By working in partnership and sharing the transition costs, UPS believes we can reach our emissions goals together. UPS has always been an early adopter of innovative technologies. In the early 1930s, we introduced electric vehicles into our fleet. Today, we operate one of the industry’s largest private alternative fuel and advanced technology fleets, made up of more than 5,000 low-emission vehicles.
Around the world on any given day, UPS is testing out new technology in its global fleet, including all-electrics, electric hybrids, hydraulic hybrids, propane, compressed natural gas, LNG and biomethane. Since 2000, our alternative fuel and advanced technology vehicles have logged more than 500 million miles in the US, Germany, Canada, the Netherlands, Chile, Thailand, Hong Kong, South Korea, Brazil and the UK. We’re happy to share what we’ve learned with the Ontario government.
In our experience, the majority of UPS investments in low-emission vehicles have fallen within the US or international jurisdictions that offer funding to offset investment costs. For example, in the fall of 2015, UPS announced the deployment of 18 electric, zero-emission delivery vehicles to the Houston-Galveston area in Texas. The truck purchases were the result of a partnership with the US Department of Energy, local governments and non-profits.
In BC, the province is offering incentives for companies to invest in alternative fuel vehicles. As a result, UPS has been in discussions to implement a possible program to utilize 60 CNG in-city package cars for use in BC.
UPS would be interested in expanding its fleet of low-emission vehicles here in Ontario, should there be similar commitment and collaboration between government and industry. While there are initial transition costs, UPS believes that once we clear that first hurdle, there will be significant economic and environmental benefits for both our industry and the province.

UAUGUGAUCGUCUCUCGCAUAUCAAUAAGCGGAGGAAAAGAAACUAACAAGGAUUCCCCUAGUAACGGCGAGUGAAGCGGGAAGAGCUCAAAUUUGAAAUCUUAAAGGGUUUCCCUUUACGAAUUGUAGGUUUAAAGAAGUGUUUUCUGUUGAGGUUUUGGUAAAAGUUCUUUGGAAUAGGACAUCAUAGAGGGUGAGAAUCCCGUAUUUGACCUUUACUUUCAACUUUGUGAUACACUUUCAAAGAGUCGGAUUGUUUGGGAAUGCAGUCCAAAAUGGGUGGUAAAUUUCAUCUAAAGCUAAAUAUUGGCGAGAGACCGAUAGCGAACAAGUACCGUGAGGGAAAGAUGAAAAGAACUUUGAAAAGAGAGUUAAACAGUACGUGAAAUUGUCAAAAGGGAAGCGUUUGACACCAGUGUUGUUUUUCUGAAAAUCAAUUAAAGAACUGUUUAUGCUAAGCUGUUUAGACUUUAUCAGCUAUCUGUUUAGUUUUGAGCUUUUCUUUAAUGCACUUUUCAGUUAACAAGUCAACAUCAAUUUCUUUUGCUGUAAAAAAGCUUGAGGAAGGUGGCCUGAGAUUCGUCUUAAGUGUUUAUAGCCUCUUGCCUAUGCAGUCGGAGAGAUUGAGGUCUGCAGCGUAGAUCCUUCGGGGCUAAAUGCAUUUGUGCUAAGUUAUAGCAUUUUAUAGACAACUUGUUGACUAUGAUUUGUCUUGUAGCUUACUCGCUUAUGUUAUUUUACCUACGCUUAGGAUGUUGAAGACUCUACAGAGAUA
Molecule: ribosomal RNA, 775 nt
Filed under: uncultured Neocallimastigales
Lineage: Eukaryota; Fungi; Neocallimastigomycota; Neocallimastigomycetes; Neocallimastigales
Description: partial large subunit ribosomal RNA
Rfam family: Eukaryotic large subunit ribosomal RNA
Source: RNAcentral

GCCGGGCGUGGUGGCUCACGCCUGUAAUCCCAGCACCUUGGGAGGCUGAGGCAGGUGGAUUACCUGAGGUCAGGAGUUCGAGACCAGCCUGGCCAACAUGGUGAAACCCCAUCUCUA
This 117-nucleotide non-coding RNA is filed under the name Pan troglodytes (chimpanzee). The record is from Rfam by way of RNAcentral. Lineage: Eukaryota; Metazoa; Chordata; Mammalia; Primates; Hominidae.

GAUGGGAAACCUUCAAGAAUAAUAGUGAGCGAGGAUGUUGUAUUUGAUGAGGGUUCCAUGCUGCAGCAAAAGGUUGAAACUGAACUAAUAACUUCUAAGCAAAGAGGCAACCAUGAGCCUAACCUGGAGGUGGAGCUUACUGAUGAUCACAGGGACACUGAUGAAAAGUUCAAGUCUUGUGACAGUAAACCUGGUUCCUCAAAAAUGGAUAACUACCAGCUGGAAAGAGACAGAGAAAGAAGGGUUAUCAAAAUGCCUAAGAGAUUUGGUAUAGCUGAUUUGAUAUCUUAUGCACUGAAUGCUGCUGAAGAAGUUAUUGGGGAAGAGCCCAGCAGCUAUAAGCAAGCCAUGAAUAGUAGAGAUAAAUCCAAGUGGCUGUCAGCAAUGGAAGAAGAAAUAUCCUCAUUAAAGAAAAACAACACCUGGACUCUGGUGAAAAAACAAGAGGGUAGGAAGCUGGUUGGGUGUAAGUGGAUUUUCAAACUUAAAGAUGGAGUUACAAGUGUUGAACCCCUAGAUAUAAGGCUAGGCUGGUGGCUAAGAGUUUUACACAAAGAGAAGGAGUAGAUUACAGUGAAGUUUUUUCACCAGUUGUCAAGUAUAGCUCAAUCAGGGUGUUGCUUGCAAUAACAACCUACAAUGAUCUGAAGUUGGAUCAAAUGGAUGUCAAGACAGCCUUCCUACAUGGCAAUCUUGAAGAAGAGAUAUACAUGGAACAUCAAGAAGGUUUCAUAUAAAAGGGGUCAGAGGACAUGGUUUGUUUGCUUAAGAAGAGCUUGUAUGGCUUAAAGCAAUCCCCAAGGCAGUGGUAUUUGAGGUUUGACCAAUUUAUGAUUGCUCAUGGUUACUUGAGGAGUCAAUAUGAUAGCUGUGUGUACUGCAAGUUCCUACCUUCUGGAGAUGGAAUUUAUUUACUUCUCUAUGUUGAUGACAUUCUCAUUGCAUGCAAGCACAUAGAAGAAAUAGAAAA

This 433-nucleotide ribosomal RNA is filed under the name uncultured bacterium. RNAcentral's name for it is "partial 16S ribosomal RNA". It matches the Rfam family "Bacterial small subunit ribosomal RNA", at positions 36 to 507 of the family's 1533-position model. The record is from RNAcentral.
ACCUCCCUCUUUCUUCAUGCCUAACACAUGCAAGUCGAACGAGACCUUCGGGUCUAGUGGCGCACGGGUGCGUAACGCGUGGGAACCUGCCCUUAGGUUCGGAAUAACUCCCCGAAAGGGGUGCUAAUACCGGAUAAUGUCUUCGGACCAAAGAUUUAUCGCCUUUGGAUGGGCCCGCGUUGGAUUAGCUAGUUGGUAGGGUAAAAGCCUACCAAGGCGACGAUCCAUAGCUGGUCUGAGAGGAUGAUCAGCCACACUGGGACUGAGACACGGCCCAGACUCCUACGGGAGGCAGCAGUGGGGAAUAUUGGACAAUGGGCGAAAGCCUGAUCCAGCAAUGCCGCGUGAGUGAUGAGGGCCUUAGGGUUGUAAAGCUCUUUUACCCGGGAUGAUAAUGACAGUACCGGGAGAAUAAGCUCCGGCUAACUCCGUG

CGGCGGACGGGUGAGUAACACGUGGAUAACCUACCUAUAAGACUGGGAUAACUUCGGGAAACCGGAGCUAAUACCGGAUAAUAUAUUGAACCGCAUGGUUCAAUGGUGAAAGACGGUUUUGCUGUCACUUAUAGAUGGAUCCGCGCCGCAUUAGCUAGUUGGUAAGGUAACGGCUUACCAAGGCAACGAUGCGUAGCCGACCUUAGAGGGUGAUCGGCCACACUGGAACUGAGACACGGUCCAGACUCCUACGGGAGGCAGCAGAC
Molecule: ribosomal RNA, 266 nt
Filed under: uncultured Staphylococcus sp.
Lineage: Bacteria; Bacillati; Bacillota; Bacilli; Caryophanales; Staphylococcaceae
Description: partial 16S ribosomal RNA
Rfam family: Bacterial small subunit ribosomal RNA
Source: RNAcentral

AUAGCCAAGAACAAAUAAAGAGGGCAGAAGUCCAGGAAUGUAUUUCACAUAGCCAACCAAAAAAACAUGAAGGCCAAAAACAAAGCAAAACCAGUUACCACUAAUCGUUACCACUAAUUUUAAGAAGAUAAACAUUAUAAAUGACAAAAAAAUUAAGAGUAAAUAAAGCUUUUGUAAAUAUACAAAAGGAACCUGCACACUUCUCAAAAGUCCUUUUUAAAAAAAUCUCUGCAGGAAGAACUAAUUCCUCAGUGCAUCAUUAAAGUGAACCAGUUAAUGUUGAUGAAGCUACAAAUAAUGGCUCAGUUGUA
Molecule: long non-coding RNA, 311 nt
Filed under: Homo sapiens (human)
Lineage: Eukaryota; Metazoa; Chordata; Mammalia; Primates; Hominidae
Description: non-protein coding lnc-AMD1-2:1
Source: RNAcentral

As you have heard from previous speakers, natural gas represents a cleaner alternative to traditional fuels, especially diesel, for medium and heavy trucks, trains and ships. It is a significantly less expensive and more stable source of fuel, with considerably lower carbon emissions than other transportation fuels. Most importantly, we know it is a stable investment for our industry and government.
California has already made strides with programs like the wildly successful Hybrid and Zero-Emission Truck and Bus Voucher Incentive Project. This is a unique program that helps to speed the early market introduction of low-carbon hybrid and electric trucks and buses. It addresses the biggest barrier to the purchase of medium- and heavy-duty advanced trucks: the high incremental cost of these vehicles in the early market years when production volumes are still low.
Programs like the HVIP in California not only help the transportation industry make the financial jump to low-emission vehicles; they help all consumers by encouraging greater purchase of low-emission vehicles in early market years and bringing overall prices down.
In closing, Bill 76 promotes an important step in positioning Ontario as a leader in greening Canada’s transportation industry. I can assure this committee that UPS is committed to operating more sustainably for our customers, the environment and the communities we serve around the world. We look forward to supporting this government and the committee in any work going forward to ensure a cleaner transportation sector in Ontario, reaching our emission goals together.
The Vice-Chair (Mr. Jack MacLaren): Thank you. We will begin the questions with the Liberals.
Ms. Eleanor McMahon: Thank you very much for coming today. Who doesn’t know the brown truck, right?
A question for you: We had conversations today and last week about incentives that other jurisdictions are offering to the industry. You mentioned the HVIP in California. Can you tell us more about that?